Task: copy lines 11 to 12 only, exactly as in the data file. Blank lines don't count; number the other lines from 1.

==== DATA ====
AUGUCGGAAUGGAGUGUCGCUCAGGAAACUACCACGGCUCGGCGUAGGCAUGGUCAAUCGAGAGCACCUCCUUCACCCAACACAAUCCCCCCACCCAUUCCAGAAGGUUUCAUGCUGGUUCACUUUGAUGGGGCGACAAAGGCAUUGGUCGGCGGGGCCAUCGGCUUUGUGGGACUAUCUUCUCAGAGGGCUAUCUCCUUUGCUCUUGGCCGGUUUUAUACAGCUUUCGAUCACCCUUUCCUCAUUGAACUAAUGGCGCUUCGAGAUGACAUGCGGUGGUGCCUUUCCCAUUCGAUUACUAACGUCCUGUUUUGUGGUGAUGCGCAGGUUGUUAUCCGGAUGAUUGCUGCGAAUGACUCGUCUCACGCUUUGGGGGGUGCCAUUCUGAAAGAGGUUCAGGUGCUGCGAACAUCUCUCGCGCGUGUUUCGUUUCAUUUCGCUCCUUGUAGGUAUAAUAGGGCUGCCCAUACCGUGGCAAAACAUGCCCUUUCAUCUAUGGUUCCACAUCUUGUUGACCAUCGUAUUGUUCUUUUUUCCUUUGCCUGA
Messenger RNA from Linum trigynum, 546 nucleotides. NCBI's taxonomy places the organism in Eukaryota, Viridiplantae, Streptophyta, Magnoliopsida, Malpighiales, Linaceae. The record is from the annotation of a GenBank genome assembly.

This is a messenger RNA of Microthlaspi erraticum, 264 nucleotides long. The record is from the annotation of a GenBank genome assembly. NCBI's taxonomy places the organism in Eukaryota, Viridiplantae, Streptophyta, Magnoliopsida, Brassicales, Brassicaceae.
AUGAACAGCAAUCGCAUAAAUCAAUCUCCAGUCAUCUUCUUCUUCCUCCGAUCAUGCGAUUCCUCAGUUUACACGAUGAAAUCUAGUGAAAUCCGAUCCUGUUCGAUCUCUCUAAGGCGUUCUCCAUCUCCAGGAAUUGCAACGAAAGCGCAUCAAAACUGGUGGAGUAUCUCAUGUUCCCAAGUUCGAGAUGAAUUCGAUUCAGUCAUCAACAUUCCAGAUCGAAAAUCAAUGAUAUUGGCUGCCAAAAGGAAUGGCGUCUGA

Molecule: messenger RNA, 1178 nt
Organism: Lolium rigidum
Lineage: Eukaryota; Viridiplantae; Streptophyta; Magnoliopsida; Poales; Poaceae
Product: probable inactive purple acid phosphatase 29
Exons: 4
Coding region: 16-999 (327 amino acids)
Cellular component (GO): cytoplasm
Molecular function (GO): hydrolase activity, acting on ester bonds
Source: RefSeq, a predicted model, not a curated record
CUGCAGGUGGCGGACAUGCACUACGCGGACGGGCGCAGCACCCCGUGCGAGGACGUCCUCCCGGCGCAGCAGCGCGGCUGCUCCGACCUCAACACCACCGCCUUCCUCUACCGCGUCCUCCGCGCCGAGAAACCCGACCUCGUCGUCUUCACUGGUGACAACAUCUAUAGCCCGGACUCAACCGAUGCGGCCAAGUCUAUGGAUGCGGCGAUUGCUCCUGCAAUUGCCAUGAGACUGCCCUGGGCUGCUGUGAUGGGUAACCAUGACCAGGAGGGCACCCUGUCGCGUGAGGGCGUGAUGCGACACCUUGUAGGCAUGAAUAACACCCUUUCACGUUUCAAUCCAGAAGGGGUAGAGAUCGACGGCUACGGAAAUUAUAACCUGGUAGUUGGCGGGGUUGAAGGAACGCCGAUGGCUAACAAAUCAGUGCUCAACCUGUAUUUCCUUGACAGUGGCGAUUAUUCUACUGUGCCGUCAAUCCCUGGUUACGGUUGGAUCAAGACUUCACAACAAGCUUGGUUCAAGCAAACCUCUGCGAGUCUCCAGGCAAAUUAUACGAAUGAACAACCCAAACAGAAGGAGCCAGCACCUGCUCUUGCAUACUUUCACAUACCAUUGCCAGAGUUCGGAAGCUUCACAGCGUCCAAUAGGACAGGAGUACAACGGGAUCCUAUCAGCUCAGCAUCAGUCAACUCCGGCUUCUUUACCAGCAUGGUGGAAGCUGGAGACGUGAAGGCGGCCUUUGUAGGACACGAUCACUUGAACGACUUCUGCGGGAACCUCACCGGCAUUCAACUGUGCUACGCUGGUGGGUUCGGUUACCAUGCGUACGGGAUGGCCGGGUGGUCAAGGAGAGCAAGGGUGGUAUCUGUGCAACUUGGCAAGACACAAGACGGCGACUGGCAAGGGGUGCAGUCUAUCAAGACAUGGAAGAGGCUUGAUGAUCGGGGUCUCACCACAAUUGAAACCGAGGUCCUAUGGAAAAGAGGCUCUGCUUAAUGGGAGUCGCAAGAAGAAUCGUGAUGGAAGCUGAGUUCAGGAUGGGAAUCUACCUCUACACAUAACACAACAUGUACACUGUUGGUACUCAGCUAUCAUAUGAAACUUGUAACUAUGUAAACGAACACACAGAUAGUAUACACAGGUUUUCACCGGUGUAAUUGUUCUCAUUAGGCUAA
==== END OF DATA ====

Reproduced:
Cellular component (GO): cytoplasm
Molecular function (GO): hydrolase activity, acting on ester bonds